Whatever the penultimate truth was supposed to have been, for me the ultimate truth is that this book is a disappointment to the good idea from which it was born.
It is an unfortunate consequence of universal education that the way we are exposed to the greatest works of literature is through prescribed school curriculae. Because no novel, no matter how good it might otherwise be, can be truly enjoyed when one has to finish writing a 1,000 word summary of chapters 12, 13 and 14 on the bus ride into school on a rainy Monday morning in February.
This, I fear, has been the experience of all too many teenage readers of Thomas Mann’s spectacular opus, Buddenbrooks, a staple of German ‘Gymnasium’ literature courses for decades. In one sense, the book does itself no favours, extending across three generations of a family of Northern German grain merchants, most of the Nineteenth Century and 750 pages. Even I, a willing reader well past his teenage years, with no exams to prepare for and no essay to write, found myself struggling at times with its length and degree of detail.
Yet there is so much to be enjoyed in Thomas Mann’s greatest novel. From a purely technical point of view, it is wonderfully crafted prose. Mann possesses that rare ability of writing third-person point-of-view narration so intimately the reader becomes immersed in characters with whom he shares neither gender, century nor social class; but with whom the bond of essential human experience generates a kinship and empathy that moves him to tears. The best passages of writing, as is so often the case in great literature, are bare, sparse, almost haphazard fragments, whose richness lies in that which they do not contain as much as what they do.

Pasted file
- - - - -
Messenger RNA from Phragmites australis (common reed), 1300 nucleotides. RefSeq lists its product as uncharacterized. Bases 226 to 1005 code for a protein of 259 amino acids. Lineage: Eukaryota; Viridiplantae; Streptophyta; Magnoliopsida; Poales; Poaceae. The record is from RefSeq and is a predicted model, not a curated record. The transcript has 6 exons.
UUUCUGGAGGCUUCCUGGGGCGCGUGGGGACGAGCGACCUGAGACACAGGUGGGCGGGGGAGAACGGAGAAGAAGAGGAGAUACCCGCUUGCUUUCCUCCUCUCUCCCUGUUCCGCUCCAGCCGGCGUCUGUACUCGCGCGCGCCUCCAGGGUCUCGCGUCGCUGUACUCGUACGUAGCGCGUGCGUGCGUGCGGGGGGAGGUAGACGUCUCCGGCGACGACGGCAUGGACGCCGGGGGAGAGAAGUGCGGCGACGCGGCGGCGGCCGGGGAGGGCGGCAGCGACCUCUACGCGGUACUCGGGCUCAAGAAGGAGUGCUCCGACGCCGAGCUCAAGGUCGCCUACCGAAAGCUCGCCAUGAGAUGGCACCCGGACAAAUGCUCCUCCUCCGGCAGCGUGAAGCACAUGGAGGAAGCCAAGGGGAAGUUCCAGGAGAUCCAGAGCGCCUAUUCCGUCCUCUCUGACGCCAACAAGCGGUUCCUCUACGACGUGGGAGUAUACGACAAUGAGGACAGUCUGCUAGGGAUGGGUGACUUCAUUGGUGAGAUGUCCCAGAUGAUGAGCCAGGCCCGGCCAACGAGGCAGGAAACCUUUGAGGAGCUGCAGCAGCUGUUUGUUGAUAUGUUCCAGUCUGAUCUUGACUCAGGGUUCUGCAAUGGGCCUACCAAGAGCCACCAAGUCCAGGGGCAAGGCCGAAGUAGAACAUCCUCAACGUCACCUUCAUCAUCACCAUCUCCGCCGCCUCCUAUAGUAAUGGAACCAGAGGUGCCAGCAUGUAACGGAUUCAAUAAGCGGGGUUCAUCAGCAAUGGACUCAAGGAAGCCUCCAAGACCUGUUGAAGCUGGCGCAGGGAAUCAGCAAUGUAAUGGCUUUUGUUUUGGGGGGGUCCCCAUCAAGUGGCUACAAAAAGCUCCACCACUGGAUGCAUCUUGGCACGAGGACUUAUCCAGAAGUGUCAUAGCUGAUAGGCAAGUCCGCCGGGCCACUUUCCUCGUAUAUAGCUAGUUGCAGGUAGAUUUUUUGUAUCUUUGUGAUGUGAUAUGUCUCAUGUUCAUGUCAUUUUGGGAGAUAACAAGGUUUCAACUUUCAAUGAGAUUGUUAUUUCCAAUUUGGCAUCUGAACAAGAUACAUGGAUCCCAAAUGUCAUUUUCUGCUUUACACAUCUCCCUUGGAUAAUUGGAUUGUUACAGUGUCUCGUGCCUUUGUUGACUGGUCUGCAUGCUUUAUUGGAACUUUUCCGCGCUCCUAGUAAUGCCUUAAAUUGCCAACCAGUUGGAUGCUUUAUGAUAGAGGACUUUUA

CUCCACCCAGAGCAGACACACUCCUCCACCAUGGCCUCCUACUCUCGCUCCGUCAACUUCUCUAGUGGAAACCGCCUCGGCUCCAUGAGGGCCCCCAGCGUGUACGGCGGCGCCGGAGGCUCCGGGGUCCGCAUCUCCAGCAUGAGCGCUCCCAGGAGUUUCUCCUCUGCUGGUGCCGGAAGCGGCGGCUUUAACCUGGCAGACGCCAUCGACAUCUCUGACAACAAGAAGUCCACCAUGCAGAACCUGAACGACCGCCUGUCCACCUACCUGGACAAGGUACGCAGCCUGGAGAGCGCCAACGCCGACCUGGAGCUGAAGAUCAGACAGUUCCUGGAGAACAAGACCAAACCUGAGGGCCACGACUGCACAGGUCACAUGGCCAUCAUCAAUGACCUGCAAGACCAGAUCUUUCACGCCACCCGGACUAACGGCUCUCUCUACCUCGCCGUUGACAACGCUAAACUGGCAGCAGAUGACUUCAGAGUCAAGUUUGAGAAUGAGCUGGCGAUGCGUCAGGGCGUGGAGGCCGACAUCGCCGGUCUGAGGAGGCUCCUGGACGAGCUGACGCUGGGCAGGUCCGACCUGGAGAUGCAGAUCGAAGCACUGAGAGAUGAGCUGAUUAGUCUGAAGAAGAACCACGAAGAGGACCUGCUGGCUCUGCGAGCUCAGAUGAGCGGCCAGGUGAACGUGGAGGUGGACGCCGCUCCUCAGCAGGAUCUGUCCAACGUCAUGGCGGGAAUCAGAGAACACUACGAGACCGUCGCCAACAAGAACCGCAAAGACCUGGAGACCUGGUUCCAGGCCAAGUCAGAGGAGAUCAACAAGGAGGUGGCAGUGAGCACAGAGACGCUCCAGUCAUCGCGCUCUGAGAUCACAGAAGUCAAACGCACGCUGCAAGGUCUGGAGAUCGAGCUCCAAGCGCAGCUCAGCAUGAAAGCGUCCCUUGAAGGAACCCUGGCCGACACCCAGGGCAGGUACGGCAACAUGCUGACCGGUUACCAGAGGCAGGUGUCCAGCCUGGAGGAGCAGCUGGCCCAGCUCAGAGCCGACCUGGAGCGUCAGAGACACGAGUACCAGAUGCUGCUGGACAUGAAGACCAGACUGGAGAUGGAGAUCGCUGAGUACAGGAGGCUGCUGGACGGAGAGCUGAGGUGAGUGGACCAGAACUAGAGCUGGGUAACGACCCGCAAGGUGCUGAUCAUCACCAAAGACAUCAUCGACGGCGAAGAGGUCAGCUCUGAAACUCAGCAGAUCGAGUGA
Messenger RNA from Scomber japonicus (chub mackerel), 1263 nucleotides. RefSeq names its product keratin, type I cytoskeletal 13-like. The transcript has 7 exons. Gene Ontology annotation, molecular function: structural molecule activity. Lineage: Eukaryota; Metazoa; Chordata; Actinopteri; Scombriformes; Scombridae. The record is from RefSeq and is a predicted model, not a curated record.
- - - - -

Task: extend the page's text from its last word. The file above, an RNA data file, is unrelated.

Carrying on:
From the perspective of a 21st Century humanist, the merchantilist feudalism of the Buddenbrook family, with its disdain for social democracy and elevated sense of capitalist, Protestant morality, is anathema to our modern sensibilities, once we abstract ourselves from the narrative. But that’s just the point: Mann manages to turn you into a Buddenbrook. You care about their destiny and you feel the pain of their inevitable decline; you feel passionately they deserve their seat in the Senate of Lübeck. And you are just as envious and resentful as they are themselves, of the rise of a new generation of more vital, less traditional competitors.
There is not really much to give away in the plot which the subtitle has not already spoiled. Buddenbrooks is about the decline of a family. And yet it is about so much more. Economists and students of business studies will no doubt remember from their textbooks the reference to the ‘Buddenbooks Effect’, in which it is postulated that family businesses (or dynasties more generally) will inevitably decline over the course of a few generations. How this plays out – whether in the person of the hypochondriac Christian and his penchant for the good life, the superciliousness of his sister Antonie, the physical weakness of their brother Thomas, or the latter’s dreamy, timid and unhealthy son Hanno – teaches us not just about economics, but about our own strengths and weaknesses; or own hopes and fears of death; or own hypocritical self-righteousness and sense of family purpose.
Buddenbrooks should not be dismissed as merely a great work of German literature. It is also a damn fine read.
Economists love to talk about ‘externalities’. ‘Externality’ is a wonderfully complex-sounding word that makes you feel more intelligent just by saying it. It is especially useful when trying to pull the wool over the eyes of a non-economist, as in: